If the Shuttle has to get to anything else in orbit, the Rendezvous FDO makes it happen.

A specific and additional certification beyond Orbit FDO was defined to handle both deploy-retrieve and ground-up rendezvous planning and operations. All Orbit FDOs were able to execute non-Day-of-Rendezvous (DOR) burns, but special training and simulation preparation was allocated for the DOR shift support from the FDO console.

The FDO is prime for computing ALL rendezvous maneuvers until onboard sensor data becomes available.

Common rendezvous maneuvers:

  • NC – controls phasing between chaser and target in the future
  • NH – sets up chaser to be at a defined delta-height from the target at a future time
  • NSR – makes the chaser coelliptic with the target
  • NPC – controls and nulls the planar difference between the chaser and the target
  • Day-of-rendezvous set: NCC, Ti, MC1, MC2, MC3, MC4

As mentioned above, any certified Orbit FDO could plan and execute the non-DOR maneuvers, but usually the Rendezvous FDO, along with the Flight Design and Profile Support teams, would have planned the overall rendezvous profile long in advance, so that the maneuver updates were fine tuning the trajectory, as opposed to a complete “from-scratch” profile. If and when that was required, it was the responsibility of the Rendezvous FDO (and his teams) to develop.

DeployRetrieveDeploy-Retrieve missions involve deploying a payload, performing a separation maneuver(s), phasing away from the payload, stationkeeping for a pre-defined time, and retrieving it during the same mission.

Typical Deploy-Retrieve payloads: SPAS, SPARTAN, WSF

Station-keeping constraints

  • Payload communications range
  • Orbiter-to-payload minimum range
  • Minimize perturbations and phasing maneuvers
GroundUpGround-up missions are much more complex

The Orbiter must be launched into a “phantom plane” that will match the target’s orbit or a planned “control box” some number of days later, taking into account orbital perturbations and all intervening maneuvers.

Ground-up missions require Launch Window/Launch Targeting computations and a plane change maneuver somewhere in the rendezvous profile.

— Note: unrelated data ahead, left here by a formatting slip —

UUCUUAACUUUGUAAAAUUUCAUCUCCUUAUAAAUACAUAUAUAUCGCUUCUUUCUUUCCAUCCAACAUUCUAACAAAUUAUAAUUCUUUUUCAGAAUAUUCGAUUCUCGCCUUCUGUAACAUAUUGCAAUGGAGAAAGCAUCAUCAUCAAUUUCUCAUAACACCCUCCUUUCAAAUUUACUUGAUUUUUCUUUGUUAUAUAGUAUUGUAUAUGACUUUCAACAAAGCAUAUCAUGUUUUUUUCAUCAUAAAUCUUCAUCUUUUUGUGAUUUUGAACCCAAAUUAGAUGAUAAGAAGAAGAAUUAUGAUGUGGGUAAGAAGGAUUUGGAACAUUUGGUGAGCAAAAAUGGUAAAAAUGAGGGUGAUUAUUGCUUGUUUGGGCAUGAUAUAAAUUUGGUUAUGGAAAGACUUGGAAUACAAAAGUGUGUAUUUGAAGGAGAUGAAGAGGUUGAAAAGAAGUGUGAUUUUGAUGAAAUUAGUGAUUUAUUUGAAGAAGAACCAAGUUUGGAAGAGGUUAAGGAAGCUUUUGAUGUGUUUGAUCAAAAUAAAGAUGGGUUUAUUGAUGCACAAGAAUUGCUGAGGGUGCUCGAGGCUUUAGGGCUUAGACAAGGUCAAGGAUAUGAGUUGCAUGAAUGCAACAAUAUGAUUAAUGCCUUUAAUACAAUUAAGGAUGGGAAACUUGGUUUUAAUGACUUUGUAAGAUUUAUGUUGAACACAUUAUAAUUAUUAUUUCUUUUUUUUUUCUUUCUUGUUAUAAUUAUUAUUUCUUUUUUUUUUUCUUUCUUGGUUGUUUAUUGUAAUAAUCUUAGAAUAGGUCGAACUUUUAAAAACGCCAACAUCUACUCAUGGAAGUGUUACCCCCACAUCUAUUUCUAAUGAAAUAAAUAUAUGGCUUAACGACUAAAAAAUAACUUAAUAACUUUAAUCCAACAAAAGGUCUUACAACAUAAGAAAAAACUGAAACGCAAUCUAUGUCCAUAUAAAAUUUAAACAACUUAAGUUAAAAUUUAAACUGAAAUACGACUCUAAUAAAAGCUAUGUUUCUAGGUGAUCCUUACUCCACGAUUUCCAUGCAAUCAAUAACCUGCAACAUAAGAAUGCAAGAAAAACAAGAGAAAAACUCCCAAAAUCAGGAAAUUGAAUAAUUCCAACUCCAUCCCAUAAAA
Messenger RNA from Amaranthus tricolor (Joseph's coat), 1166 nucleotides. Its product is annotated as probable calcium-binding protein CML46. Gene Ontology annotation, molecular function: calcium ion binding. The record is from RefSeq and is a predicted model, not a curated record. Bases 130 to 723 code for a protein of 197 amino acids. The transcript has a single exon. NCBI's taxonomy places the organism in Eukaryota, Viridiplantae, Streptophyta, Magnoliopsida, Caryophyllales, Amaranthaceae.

OMS-2 is used as a phasing maneuver, as are separation burns associated with deployables.

Ground-up rendezvous missions usually have very tight propellant budgets and are much more sensitive to launch slips than Deploy-Retrieve missions.

LaunchWindowPrecise launch times computed from planar and phasing constraints

Planar window

  • Defined by amount of ascent performance and/or thermal constraints

Phase window

  • Defined by minimum altitudes, propellant available, etc.

Actual launch time and rendezvous day determined by the overlap of the two windows.

DayOfRendezvousWhen Rendezvous RADAR and/or Star Tracker data is acquired on the target, the onboard relative navigation state is more accurate than ground solutions, and onboard maneuver computations become prime, with the ground solution serving in a backup role.

The FDO is responsible for evaluating the various ground solutions based on all available vector sources (ground, PROP, and FILT), discussing the maneuver with the Rendezvous GPO, and recommending further action to the Flight Director.

In the event that the onboard computers are unable to target the burns, the FDO can provide accurate solutions based on the onboard relative state.

In the event that the onboard state vector is corrupted by bad sensor data, the FDO will be able to “reset” the relative state.

Random Ramjet Ramblings

Various thoughts and musings that tumble from my brain onto Ye Olde Interwebbes.
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Becoming Santa

Becoming Santa

Santa Claus. Father Christmas. Kris Kringle. St. Nicholas. Papa Noel. Me.

13 Minutes – a podcast review

13 Minutes – a podcast review

“13 Minutes to the Moon” – an excellent BBC podcast focusing on the behind-the-scenes heroes of Apollo 11 and Apollo 13.

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The space exploration advocacy website of Roger Balettie, former Flight Dynamics Officer in NASA’s Space Shuttle Mission Control Center.

Select a menu tab to the left for detailed links or one of the main sections below:


The Flight Dynamics Officer (FDO, pronounced “fido”) is a Flight Controller in the Mission Control Center responsible for the overall trajectory, or flight path, of the Space Shuttle and all related payloads or other space-bound vehicles associated with the Shuttle.

Read about the:


"Houston… Tranquility Base here. The Eagle has landed."

Since 1965, the Mission Control Center (MCC) has been the nerve center for America’s manned space program.


Space- and NASA-based blog entries.

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13 Minutes – a podcast review

13 Minutes – a podcast review

“13 Minutes to the Moon” – an excellent BBC podcast focusing on the behind-the-scenes heroes of Apollo 11 and Apollo 13.



It’s been 40 years since the launch of STS-1, and the excitement of that day never faded.

Tango Delta

Tango Delta

A new adventure on the red planet has begun.